Projections of solar capacity additions published by the Energy Information Administration (EIA) are “way too low,” said NEXTracker CEO Dan Shugar, in light of NEXTracker’s “actual delivery metrics to our U.S.A. customer projects.” He made the comments in a LinkedIn post.
“EIA’s projections greatly underestimate the growth of solar and significantly overestimate coal’s persistence in the energy mix,” he added in a pv magazine interview.
As for solar, EIA’s reference case projects the U.S. will add an average of 15 GW of solar per year through 2030, as shown in yellow in the image below. The Solar Energy Industries Association’s “Solar+ Decade Roadmap” issued last fall begins with 15 GW of solar added in 2020, but foresees 18% annual growth in installations, reaching nearly 80 GW of solar added in 2030:
SEIA’s goal does not reflect a technical limit, as a global team of scientists has described how to sustain a 30% growth rate in solar deployments.
As for coal, EIA projects that coal generation will be little changed through 2050, across all three scenarios for renewable energy cost reductions, with coal generation shown by the gray line, which is near the bottom and relatively flat after 2019:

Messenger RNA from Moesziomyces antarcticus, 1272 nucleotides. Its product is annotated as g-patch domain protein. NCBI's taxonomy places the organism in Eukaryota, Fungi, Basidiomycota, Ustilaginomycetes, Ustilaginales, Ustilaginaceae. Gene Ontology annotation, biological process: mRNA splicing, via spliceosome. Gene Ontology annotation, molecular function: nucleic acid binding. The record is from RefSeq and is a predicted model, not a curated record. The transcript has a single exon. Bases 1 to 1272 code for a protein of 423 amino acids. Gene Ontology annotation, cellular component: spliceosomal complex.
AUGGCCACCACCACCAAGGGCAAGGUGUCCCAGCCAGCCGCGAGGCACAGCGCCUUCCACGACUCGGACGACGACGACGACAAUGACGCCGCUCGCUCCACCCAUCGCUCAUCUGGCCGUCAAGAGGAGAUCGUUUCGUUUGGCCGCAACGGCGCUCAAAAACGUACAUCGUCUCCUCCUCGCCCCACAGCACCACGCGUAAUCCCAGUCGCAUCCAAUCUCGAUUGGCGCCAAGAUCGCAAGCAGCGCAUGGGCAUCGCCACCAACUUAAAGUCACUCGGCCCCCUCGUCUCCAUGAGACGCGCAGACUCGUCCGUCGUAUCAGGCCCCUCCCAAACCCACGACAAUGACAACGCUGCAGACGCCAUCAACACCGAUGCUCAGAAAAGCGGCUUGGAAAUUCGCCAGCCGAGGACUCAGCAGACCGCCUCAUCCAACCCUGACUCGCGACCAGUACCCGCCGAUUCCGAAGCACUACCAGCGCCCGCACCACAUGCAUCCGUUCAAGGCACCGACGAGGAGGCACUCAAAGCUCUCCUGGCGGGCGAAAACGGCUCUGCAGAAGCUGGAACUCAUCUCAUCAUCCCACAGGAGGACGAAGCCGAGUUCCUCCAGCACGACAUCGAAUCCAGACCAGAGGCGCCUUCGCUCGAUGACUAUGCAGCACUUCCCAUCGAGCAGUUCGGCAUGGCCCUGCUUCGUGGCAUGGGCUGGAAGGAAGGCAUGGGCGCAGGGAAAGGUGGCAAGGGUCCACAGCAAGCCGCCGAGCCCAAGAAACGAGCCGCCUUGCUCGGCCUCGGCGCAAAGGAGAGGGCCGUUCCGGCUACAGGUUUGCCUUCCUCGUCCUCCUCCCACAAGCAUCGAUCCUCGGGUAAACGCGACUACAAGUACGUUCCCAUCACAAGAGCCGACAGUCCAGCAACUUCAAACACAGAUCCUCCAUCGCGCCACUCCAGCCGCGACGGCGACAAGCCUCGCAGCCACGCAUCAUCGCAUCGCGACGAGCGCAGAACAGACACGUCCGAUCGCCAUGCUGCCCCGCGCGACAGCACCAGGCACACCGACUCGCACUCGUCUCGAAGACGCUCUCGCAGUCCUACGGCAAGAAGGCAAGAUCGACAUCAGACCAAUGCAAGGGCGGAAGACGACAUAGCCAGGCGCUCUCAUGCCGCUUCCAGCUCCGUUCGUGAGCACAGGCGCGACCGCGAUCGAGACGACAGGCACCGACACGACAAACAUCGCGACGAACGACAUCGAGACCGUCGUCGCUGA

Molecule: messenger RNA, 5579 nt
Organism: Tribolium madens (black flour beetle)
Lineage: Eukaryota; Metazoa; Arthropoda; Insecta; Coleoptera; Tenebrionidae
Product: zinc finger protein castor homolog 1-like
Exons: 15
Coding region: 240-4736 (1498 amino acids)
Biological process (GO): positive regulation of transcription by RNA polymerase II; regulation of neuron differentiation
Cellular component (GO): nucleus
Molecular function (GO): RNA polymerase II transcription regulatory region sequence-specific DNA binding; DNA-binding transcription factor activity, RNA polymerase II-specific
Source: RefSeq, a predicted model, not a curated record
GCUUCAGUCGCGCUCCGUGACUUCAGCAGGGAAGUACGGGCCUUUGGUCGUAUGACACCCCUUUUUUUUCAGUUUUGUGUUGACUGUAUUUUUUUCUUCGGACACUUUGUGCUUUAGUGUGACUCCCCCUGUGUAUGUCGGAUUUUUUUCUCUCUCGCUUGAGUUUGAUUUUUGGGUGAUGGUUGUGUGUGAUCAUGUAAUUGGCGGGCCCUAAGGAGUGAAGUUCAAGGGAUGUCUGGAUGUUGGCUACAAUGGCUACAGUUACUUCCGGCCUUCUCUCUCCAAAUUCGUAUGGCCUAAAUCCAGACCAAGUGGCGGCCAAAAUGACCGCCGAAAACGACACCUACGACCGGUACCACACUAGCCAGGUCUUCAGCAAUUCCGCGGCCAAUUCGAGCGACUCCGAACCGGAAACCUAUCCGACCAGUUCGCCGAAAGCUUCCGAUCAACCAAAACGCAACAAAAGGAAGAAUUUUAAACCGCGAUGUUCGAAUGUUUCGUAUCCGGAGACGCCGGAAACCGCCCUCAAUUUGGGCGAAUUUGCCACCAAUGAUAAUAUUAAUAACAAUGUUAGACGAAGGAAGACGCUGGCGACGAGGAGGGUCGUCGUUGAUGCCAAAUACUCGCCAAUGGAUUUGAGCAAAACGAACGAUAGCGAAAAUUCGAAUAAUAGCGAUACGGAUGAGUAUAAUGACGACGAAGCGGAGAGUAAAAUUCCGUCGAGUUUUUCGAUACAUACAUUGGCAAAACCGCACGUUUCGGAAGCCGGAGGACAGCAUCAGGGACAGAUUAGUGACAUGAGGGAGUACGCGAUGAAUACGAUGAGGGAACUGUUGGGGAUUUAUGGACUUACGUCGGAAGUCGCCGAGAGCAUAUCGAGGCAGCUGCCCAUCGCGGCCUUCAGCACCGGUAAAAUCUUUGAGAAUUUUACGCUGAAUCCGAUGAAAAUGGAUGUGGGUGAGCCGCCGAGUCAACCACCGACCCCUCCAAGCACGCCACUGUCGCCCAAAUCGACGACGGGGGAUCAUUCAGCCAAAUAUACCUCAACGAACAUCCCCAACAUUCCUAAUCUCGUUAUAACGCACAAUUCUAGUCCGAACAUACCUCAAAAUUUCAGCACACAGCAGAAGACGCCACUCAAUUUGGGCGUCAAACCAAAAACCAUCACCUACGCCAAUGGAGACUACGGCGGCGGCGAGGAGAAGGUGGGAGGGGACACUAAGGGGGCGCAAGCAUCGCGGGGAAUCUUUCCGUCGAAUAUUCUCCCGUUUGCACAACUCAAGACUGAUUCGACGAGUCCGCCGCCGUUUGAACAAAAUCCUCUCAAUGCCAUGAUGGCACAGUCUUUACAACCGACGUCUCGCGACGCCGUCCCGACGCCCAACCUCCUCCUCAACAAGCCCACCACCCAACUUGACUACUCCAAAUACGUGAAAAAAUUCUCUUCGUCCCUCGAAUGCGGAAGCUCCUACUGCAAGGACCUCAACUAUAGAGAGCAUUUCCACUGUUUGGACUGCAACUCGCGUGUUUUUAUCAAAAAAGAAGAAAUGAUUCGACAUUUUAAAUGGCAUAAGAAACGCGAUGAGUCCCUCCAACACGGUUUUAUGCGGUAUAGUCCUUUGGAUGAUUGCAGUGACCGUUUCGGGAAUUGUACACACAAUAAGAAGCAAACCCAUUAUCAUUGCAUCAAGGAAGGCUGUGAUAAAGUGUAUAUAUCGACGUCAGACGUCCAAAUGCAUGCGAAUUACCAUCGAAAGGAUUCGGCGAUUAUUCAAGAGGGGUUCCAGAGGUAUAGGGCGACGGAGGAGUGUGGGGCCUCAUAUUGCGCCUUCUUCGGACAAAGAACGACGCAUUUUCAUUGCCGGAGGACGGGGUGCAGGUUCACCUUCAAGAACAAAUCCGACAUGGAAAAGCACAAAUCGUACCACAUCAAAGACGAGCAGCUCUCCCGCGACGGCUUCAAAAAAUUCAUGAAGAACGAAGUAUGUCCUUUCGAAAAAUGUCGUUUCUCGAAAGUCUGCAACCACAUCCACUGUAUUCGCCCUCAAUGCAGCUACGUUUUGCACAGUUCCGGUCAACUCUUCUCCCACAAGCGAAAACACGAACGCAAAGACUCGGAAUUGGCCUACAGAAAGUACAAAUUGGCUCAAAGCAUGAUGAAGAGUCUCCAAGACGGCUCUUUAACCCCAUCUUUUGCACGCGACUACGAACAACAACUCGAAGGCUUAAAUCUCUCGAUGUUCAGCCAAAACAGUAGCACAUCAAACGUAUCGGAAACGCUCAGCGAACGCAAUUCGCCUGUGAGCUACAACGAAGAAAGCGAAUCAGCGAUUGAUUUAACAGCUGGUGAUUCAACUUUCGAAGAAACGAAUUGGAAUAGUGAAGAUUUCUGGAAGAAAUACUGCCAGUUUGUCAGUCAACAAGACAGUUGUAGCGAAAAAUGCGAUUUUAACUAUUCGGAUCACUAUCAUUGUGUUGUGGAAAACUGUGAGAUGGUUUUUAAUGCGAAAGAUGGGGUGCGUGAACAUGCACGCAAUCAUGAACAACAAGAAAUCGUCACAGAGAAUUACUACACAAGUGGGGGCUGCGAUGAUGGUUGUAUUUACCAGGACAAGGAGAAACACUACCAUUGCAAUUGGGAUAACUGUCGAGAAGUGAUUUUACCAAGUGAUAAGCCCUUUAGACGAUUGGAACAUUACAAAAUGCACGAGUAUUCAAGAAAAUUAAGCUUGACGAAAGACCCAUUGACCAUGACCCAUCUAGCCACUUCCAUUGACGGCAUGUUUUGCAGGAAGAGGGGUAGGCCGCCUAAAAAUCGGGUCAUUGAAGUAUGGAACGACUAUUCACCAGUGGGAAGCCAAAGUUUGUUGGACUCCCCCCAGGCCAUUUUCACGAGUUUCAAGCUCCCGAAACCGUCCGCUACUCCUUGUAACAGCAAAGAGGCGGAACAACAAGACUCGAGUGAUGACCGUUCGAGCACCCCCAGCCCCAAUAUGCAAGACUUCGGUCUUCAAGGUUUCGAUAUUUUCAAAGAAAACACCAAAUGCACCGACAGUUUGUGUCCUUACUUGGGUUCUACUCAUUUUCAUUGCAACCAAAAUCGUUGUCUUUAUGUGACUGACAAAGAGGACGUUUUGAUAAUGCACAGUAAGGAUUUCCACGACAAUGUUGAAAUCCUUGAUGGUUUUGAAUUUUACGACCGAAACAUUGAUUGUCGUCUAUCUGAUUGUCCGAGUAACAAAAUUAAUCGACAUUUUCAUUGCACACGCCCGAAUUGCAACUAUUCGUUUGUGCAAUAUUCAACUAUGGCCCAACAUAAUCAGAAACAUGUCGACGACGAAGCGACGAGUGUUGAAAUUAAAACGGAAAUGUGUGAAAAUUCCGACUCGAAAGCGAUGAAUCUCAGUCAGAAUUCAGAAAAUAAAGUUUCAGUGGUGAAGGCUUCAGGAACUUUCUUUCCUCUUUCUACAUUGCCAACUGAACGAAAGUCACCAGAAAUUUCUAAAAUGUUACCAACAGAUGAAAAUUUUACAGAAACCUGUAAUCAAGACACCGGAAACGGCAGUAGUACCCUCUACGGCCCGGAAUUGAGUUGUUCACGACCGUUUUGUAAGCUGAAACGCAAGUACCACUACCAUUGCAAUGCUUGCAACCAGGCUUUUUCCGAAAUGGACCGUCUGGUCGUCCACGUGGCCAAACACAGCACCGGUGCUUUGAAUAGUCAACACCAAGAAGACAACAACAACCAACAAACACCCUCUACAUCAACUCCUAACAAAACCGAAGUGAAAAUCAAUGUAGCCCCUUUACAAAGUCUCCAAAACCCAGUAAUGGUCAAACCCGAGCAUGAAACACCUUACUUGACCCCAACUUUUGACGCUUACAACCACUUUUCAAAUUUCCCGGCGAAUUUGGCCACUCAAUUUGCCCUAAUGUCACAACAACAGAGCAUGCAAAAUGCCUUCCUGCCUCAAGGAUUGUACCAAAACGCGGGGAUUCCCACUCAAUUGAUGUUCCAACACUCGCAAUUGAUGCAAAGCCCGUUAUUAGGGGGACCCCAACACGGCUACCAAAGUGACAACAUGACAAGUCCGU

In response to Dan Shugar’s comments about the growth of solar and coal’s persistence in EIA’s projections, EIA’s Renewable Electricity Analysis Team Leader Chris Namovicz noted that the agency’s $15 and $35 carbon fee cases show “a virtual end to coal generation” by 2050. As for “underestimating” solar growth, he quoted what he said was a common agency saying, that “there are no facts about the future,” and noted that EIA’s $35 carbon fee scenario shows about a 10-fold increase in solar by 2050. The carbon fee scenarios are described in a supplement to EIA’s Annual Energy Outlook.
Federal policy makers use EIA’s reference case projections as a “yardstick,” said Namovicz, “to identify areas where current laws may not be having a desired impact on the market,” and “to measure the impact of policy proposals, which we are occasionally asked to do by Congress.” Senior Scientist Ryan Wiser at Lawrence Berkeley National Laboratory concurred, saying that “knowing how much of different generation types might deploy even absent strong policy levers helps inform policy decisions about those policy levers.”
Beyond EIA’s reference case projection, which shows renewables providing 38% of generation in 2050, the National Renewable Energy Laboratory shows 59% renewable generation by 2050, in its Standard Scenarios report, while Bloomberg New Energy Finance projects 43% renewable generation by 2050—according to data that Wiser compiled in a draft presentation that he made available to pv magazine.
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